What To Do When Life Happens To Your Book

No matter how fool proof our daily word count goals or writing plans are, life will eventually have something to say about them. There will be a cold, a job loss, a move, a season of melancholy. Something will happen to stop progress.

Maybe you are stopped now?

Photo Credit: shumpei_sano_exp3 via Compfight cc
Photo Credit: shumpei_sano_exp3 via Compfight cc

I know when a significant life event happens to me I curl inward. I read more, try to get time by myself, and journal. These are all good things. But you know what I don’t do? Keep writing!

I like to be serious about my work but I am no drill sergeant. But the fact of the matter is that I’ve stopped writing before because of something challenging that I knew was coming. If I’m honest, a hand full of times I’ve simply thrown in the towel instead of rising to meet it a challenging time in my schedule.

I view the routine interruption as a disruption rather than an opportunity to show my commitment the craft.

But how do you show commitment to your body of work when something interrupts your schedule? You prepare in advance.

Just like a dieter running into a tempting cupcake, we need to be ready when life events occur and say that we will not give up ahead of time. (Granted some we cannot prepare for and we need a break. It’s just that simple.)

Make up your mind right now. You won’t stop because of that wedding, job change, or move. You’ll be ready to write no matter what.

Meet the challenging time head on. Circle it in your calendar and don’t allow a life hiccup to derail you.

5 Things I Learned From An Unexpected Challenge

Ever have an unexpected change that caused you to dig deep and work hard at a moments notice? It happened to me this past week. 

This week I was out of the office for a business trip. When I prepared for it a few weeks ago, my coworker and I had a discussion about a presentation one of us had to do while we were there. We decided it would be best for him to do it.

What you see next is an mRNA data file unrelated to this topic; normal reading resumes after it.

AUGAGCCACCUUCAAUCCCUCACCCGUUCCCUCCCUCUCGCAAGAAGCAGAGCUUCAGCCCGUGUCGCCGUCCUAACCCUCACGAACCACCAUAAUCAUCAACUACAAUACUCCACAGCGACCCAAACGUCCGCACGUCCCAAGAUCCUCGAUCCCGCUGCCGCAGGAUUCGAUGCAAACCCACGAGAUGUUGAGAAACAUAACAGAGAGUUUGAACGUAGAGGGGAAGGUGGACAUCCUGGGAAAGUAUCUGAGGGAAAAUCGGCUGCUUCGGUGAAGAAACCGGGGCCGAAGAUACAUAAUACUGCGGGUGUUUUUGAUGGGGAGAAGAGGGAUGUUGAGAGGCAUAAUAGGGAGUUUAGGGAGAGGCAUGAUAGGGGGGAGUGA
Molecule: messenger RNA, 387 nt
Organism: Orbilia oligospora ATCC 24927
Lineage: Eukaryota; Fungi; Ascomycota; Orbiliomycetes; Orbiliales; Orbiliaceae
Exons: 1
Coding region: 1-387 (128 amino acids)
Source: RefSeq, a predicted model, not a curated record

Then, last week, on Friday morning, we discovered another topic would be much more relevant. However, I had more knowledge of the day to day. Thus, it was decided that I would do the presentation. I had two days to prepare.

My first reaction to this change was to ask him to do it because I like to be prepared and I was nervous. But I knew the best way to convey this information was to lean on my knowledge and experience.

Below, I list five things that I learned about this unexpected challenge.

Photo Credit: Nick / KC7CBF via Compfight cc
Photo Credit: Nick / KC7CBF via Compfight cc

Low Level Stress Can Be Good.

We’ve all heard stress is terrible and to avoid it. But studies have shown that low level stress releases a chemical called neuotrophins that strengthens connections in our neurons which boosts concentration and productivity. Strange eh? Once I told myself I was going to do it, I was able to focus.

Before Saying No. Prepare As If You Said Yes Then Decide

My first reaction was to say no. But instead of doing so, I gave it some thought. What if I did do it? What information would I need? Once I did this I gained a little confidence and I thought it might not be that bad.

Do You Know It? You Can Do It.

The presentation basically surrounded what I’ve done for their customers and what I do day to day. I realized that no one knew more information about this topic than I did.

Think. What’s The Real Reason The Situation Scares Me?

My main concern revolved around the fact that I thought I’d ruin a highly valuable partnership if I messed up. The pressure mounted. Then a realization hit me, one that deflated my fear. I am being entrusted with this presentation because of my expertise. My company trust me enough to represent it.  

Grab The Stage. It’s Time To Grow.

Their are experiences in life that build upon one another. If I am going to speak, I need to practice. If I am going to write novels, I need to write short stories. This was not something to fear. This is what I felt before hockey games in college or grabbing my diploma and heading off into the workforce. This was an opportunity to seize. Not shy away from. And that I did.

What keeps you frozen to the spot?

Can you dissect and tackle it?